I won’t reiterate everything, but last week was my hardest week during my last 15 months in Israel. I felt like everywhere I turned there was resistance. From the drycleaning, to the bureaucracy of my University, to failing the driver’s test because of a simple misunderstanding of language, to being yelled at on the bus by some freak…when I read what I just wrote it doesn’t sound all that awful, but there was more than that and I felt like each day there were at least 3 altercations where I had to raise my voice, or where people were abnormally rude and/or unhelpful. At the end of the week I was just exhausted from fighting. So I decided to go to the shuk with my fella and stock up on veggies to have a long weekend in, making meals and resting. I was at a stall of an old man, picking tomatoes. I picked about 5 or 6 when one from the middle rolled down a little onto the next row. Not onto the floor, mind you, just 2 inches down from where it was, onto more tomatoes. This incensed the proprietor. He started screaming at me that I need to ‘pick from the top’ and snatched my bag out of my hands, turned it upside-down, thus scattering my half-dozen tomatoes among the ranks of those I didn’t want. You could call it the proverbial straw that broke the camel’s back, because all the pressure of the week welled up and I flew into a blind rage and started screaming – in English, thank you – to this man’s face. Where was my respect for my elders? (Gone.) My boyfriend literally had to peel me off of him, at which point I burst into tears. Tears in English. So let it be a lesson for those of you contemplating aliyah: You cannot have whatever tomatoes you want. You have to pick from the top.

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  • Nah, you just develop a thick skin after a while and it all bounces off you… Except for the times when it’s so annoying you want to hit someone. With a sledgehammer. Repeatedly. To death. And then laugh a maniacal laughter as you dance on their remains. But I digress.

  • Actually I don’t see this as being all that different from the states. Admittedly, I have no experience with Israel. I moved from a rural area (WV) to a very urban/suburban one (DC). Where I grew up strangers would stop to help you change a flat. People at the store would smile and say hello. If someone drove down my road and didn’t wave, I could be fairly sure they were from out of town, not being rude (though there is one in every crowd). Now that I moved here, the same kind of rudeness and selfishness described in your post prevails in northern Virginia. In fact I would go so far as to say it is not necessarily more common here as I just notice it more because there are so many more people and hence more interactions. People suck everywhere I go. Can I go get my P229 and start blasting? Well sure I could but I don’t. Instead I smile and wave at all the fucktards, secure in my knowledge that they will always be bitter, spiteful, ignorant little people.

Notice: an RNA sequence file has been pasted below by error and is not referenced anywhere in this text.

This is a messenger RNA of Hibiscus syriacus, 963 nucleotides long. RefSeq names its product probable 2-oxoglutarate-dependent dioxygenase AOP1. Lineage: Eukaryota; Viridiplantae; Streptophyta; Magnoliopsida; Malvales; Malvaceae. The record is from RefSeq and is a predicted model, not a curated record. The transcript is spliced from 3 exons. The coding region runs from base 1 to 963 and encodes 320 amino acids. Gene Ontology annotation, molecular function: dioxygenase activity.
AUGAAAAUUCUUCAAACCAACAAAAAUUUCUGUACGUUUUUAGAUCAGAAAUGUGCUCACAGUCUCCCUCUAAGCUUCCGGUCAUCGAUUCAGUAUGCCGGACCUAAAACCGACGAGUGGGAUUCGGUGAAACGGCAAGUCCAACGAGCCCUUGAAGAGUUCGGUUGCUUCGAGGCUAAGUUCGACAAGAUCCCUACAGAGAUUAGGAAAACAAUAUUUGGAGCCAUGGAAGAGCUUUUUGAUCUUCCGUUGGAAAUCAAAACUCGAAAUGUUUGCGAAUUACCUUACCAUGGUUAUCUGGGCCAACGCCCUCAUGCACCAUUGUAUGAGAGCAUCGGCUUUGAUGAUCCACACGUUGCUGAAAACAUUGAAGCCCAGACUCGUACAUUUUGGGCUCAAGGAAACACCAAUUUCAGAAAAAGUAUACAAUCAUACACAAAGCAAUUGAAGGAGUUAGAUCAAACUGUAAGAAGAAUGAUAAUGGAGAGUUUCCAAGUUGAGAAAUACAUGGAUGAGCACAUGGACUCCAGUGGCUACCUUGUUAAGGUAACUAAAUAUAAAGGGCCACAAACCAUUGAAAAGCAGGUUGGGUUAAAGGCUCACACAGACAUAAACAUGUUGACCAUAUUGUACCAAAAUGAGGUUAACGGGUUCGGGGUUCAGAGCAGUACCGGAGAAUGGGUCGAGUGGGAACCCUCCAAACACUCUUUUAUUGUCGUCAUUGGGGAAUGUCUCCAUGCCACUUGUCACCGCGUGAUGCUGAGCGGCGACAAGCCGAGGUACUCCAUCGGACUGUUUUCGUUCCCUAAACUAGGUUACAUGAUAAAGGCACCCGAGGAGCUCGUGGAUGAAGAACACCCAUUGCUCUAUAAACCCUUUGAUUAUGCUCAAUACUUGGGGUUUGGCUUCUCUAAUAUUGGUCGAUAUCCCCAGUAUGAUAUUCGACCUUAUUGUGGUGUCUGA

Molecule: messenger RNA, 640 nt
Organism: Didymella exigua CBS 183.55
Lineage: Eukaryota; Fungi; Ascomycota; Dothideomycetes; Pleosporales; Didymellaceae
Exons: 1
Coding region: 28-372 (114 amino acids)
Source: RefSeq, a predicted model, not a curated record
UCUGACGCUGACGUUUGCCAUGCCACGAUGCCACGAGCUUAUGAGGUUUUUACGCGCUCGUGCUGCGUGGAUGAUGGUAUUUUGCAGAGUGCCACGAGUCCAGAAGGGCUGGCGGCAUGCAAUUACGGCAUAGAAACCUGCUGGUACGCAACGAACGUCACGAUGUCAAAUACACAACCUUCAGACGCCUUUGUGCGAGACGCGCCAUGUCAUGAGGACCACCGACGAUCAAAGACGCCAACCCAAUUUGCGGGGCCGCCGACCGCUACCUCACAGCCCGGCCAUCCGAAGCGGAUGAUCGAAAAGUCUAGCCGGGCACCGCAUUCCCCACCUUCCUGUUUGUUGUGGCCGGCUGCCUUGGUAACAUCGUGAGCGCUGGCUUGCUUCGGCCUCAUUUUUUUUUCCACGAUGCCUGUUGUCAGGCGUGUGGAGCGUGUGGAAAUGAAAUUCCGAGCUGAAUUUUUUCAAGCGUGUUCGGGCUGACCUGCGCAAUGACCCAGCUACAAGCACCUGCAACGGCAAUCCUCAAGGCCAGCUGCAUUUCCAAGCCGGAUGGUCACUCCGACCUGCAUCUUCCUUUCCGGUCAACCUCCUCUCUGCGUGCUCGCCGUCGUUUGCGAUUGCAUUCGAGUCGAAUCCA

You sound like a nice person, but nice people get abused and taken advantage of on a regular basis. I never had that problem, I’m a cynical bastard like Mufti. ;_)

    I’ll leave you with some faux latin:
    Illegitimus non carborundum est.

  • I completely sympathize Alli! I grew up in the midwestern US and tend to expect people to be friendly and to exhibit good customer service skills. Maybe I’m not such a good candidate for making aliyah…
    Oh, true story, once I was at an open air market in Montreal buying some tomatoes and melons. I chose specific tomatoes and checked the melons for ripeness, and the stallholder came over and asked (in a friendly way) “Jewish girl?”

  • nice. no wonder Israelis make fun of Americans. well, that, and the fact that few things in life are funnier than Hebrew with an American accent.

  • I feel for you girl, I was living there w/ the same schizophrenia.

    It could be that you are more suited to a rural area as was mentioned. this could be true in any country. But in the cases that occured, most of them are due to language issues. Israelis routinely return after some years abroad and are very happy w/ their decision.

    Shuk HaCarmel is my fav. also, over Machne Yehuda.

    I was there not long ago myself. You should count your blessings that you saw the light at your tender age and made your move. G-d Bless.

  • Oy. I hope you feel better. Could it be your mezuzah? Maybe it would be good to have it checked, or simply buy a new klaf?

    Are you going to get married on the beach?

  • Uh oh.

    Time to come home Alli! Leave Israel to the savages. America forgives all her children… re-discover your country!